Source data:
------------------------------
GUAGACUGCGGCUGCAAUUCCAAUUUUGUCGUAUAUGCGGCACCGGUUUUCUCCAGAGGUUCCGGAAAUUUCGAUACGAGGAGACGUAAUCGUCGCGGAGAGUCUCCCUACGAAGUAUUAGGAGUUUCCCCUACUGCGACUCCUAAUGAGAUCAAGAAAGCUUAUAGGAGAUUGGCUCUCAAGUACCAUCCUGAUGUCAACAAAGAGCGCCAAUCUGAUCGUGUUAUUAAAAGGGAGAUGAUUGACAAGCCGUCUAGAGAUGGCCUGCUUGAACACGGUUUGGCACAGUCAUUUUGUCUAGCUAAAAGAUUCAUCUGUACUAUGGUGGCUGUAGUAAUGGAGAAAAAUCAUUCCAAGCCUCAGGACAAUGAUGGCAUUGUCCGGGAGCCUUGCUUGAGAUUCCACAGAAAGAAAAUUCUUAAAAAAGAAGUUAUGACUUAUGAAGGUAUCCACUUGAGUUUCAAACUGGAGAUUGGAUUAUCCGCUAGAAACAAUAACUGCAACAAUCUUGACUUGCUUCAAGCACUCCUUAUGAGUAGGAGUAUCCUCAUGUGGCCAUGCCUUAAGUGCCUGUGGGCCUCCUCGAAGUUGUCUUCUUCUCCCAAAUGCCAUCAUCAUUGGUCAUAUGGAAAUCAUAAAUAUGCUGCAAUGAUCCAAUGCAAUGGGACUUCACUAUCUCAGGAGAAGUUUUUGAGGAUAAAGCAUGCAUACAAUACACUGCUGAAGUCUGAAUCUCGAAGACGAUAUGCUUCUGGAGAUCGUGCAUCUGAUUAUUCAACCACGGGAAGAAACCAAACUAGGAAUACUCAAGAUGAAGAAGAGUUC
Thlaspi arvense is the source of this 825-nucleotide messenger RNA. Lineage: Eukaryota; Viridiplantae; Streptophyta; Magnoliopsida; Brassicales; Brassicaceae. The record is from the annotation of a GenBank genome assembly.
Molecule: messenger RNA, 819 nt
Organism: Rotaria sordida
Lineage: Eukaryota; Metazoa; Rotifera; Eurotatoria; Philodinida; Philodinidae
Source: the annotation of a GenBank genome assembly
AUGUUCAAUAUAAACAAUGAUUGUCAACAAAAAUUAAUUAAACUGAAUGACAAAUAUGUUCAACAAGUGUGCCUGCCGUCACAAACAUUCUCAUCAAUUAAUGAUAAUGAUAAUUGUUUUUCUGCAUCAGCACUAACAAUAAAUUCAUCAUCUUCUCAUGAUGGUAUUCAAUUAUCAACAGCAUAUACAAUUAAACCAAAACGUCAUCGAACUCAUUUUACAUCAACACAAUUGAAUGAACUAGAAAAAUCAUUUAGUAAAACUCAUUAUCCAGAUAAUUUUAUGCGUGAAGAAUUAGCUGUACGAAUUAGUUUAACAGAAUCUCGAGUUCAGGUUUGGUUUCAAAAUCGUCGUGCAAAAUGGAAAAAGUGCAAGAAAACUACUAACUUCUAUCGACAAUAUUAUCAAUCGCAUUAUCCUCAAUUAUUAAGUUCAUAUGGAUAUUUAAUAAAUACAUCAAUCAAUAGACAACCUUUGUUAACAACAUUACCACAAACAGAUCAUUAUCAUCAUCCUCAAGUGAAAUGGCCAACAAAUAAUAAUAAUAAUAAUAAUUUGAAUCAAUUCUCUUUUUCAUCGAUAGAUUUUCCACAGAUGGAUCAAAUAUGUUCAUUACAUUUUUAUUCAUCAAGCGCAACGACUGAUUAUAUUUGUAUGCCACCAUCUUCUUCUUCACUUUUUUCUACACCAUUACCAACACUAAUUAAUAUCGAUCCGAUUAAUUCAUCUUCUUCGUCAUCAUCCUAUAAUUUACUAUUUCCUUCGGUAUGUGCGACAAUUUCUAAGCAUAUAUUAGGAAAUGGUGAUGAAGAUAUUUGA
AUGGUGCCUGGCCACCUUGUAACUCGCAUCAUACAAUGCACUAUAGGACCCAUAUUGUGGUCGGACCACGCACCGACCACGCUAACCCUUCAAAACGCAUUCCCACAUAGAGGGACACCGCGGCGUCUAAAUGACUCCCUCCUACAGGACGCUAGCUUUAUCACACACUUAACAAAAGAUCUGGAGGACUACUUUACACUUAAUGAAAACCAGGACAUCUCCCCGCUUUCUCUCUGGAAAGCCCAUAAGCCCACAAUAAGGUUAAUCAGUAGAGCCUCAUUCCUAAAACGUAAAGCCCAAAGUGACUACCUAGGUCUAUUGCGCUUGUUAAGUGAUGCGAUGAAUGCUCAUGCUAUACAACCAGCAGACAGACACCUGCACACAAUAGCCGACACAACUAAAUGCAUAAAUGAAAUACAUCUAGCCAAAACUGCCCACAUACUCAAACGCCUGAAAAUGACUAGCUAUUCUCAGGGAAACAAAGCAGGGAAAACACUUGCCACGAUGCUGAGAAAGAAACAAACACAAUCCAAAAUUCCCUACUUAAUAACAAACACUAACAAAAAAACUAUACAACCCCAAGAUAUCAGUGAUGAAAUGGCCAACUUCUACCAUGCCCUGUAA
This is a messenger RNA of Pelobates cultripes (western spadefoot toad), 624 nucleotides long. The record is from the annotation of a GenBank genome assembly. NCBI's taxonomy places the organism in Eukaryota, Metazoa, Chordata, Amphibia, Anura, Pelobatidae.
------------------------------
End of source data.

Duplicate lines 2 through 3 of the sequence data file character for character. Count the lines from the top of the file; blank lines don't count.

Thlaspi arvense is the source of this 825-nucleotide messenger RNA. Lineage: Eukaryota; Viridiplantae; Streptophyta; Magnoliopsida; Brassicales; Brassicaceae. The record is from the annotation of a GenBank genome assembly.
Molecule: messenger RNA, 819 nt